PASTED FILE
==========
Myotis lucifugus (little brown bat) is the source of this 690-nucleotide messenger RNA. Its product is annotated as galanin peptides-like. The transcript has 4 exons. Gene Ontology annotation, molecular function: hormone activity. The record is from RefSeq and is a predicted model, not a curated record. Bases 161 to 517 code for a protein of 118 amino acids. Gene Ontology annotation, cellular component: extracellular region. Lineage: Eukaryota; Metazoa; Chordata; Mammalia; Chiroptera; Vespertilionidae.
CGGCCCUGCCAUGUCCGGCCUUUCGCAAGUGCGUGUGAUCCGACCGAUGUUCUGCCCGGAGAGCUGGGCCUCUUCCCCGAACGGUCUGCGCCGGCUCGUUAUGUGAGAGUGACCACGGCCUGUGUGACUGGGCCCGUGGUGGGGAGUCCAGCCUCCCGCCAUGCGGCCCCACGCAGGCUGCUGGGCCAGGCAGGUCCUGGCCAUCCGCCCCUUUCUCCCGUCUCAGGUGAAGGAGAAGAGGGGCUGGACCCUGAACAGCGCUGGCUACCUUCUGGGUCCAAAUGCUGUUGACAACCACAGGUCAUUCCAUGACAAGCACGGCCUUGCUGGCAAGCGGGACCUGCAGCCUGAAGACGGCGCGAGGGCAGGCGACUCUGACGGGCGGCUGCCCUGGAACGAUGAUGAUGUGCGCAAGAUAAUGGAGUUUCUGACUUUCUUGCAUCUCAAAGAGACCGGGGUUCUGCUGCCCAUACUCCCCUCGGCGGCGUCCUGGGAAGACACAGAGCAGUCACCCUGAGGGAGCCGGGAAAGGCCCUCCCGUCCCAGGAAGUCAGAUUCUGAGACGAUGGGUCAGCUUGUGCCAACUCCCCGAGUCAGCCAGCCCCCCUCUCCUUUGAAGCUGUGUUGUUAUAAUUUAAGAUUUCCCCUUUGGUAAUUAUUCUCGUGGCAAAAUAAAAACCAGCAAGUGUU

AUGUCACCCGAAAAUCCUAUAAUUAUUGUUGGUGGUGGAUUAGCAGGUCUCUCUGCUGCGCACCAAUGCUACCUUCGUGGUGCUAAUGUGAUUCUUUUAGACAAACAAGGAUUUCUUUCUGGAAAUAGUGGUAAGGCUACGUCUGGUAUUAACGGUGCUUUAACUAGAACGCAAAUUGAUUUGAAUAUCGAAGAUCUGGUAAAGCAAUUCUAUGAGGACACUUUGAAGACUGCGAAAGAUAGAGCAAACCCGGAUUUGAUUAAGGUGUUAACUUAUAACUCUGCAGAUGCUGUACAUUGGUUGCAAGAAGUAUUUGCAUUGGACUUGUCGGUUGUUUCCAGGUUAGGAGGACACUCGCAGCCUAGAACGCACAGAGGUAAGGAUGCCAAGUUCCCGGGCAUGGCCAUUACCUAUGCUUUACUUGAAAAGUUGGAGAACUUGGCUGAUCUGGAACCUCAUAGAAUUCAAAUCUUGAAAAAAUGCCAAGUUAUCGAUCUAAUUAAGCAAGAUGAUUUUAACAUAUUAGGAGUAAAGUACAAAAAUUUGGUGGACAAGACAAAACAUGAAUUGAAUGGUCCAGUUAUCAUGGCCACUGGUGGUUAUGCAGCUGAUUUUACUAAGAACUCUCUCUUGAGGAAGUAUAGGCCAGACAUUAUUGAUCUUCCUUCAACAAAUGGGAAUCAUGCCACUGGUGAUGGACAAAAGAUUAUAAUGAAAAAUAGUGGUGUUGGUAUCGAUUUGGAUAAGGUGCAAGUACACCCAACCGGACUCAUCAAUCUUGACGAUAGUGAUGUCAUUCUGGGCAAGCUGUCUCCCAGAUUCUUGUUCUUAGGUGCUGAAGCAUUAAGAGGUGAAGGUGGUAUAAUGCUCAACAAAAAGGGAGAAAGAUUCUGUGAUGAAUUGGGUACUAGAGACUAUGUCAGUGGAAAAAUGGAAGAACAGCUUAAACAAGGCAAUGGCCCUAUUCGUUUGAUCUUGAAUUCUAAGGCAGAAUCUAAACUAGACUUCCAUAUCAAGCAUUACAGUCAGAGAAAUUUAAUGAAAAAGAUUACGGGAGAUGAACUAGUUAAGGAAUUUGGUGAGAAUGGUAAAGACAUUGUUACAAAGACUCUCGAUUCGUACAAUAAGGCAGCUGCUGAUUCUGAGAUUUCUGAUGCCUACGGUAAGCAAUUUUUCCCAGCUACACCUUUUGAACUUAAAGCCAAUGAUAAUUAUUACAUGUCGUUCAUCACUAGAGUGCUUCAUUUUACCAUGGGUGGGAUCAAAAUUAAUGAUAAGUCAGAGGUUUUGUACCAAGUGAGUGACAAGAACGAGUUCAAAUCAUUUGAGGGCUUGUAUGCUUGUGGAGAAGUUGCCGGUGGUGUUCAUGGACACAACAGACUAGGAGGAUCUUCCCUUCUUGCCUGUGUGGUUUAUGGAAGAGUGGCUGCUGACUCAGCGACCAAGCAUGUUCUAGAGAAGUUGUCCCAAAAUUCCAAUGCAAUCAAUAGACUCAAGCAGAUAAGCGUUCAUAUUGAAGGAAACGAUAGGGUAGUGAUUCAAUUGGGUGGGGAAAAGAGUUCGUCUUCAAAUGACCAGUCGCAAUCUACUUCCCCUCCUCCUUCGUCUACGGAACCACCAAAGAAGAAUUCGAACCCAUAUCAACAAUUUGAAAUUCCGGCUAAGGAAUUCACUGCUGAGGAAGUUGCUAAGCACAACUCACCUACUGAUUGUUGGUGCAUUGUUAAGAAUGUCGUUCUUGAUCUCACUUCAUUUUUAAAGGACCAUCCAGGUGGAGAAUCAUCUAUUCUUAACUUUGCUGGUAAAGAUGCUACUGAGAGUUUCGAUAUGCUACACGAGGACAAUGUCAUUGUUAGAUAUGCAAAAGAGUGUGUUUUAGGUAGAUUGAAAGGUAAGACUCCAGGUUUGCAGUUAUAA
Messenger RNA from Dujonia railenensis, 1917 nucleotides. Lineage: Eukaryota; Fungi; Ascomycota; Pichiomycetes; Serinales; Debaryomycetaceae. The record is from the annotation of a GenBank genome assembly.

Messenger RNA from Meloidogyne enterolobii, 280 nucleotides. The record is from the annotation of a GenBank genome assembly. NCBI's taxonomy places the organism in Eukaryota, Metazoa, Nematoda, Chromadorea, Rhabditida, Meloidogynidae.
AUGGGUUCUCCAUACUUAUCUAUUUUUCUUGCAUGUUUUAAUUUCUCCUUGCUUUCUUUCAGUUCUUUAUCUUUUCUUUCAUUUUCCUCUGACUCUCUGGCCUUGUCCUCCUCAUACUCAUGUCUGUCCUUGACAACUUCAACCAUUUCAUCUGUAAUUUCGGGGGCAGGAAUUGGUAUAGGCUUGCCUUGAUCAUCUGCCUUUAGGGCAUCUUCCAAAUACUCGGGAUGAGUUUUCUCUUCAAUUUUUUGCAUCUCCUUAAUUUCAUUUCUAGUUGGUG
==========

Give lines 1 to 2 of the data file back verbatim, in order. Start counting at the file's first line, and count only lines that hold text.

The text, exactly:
Myotis lucifugus (little brown bat) is the source of this 690-nucleotide messenger RNA. Its product is annotated as galanin peptides-like. The transcript has 4 exons. Gene Ontology annotation, molecular function: hormone activity. The record is from RefSeq and is a predicted model, not a curated record. Bases 161 to 517 code for a protein of 118 amino acids. Gene Ontology annotation, cellular component: extracellular region. Lineage: Eukaryota; Metazoa; Chordata; Mammalia; Chiroptera; Vespertilionidae.
CGGCCCUGCCAUGUCCGGCCUUUCGCAAGUGCGUGUGAUCCGACCGAUGUUCUGCCCGGAGAGCUGGGCCUCUUCCCCGAACGGUCUGCGCCGGCUCGUUAUGUGAGAGUGACCACGGCCUGUGUGACUGGGCCCGUGGUGGGGAGUCCAGCCUCCCGCCAUGCGGCCCCACGCAGGCUGCUGGGCCAGGCAGGUCCUGGCCAUCCGCCCCUUUCUCCCGUCUCAGGUGAAGGAGAAGAGGGGCUGGACCCUGAACAGCGCUGGCUACCUUCUGGGUCCAAAUGCUGUUGACAACCACAGGUCAUUCCAUGACAAGCACGGCCUUGCUGGCAAGCGGGACCUGCAGCCUGAAGACGGCGCGAGGGCAGGCGACUCUGACGGGCGGCUGCCCUGGAACGAUGAUGAUGUGCGCAAGAUAAUGGAGUUUCUGACUUUCUUGCAUCUCAAAGAGACCGGGGUUCUGCUGCCCAUACUCCCCUCGGCGGCGUCCUGGGAAGACACAGAGCAGUCACCCUGAGGGAGCCGGGAAAGGCCCUCCCGUCCCAGGAAGUCAGAUUCUGAGACGAUGGGUCAGCUUGUGCCAACUCCCCGAGUCAGCCAGCCCCCCUCUCCUUUGAAGCUGUGUUGUUAUAAUUUAAGAUUUCCCCUUUGGUAAUUAUUCUCGUGGCAAAAUAAAAACCAGCAAGUGUU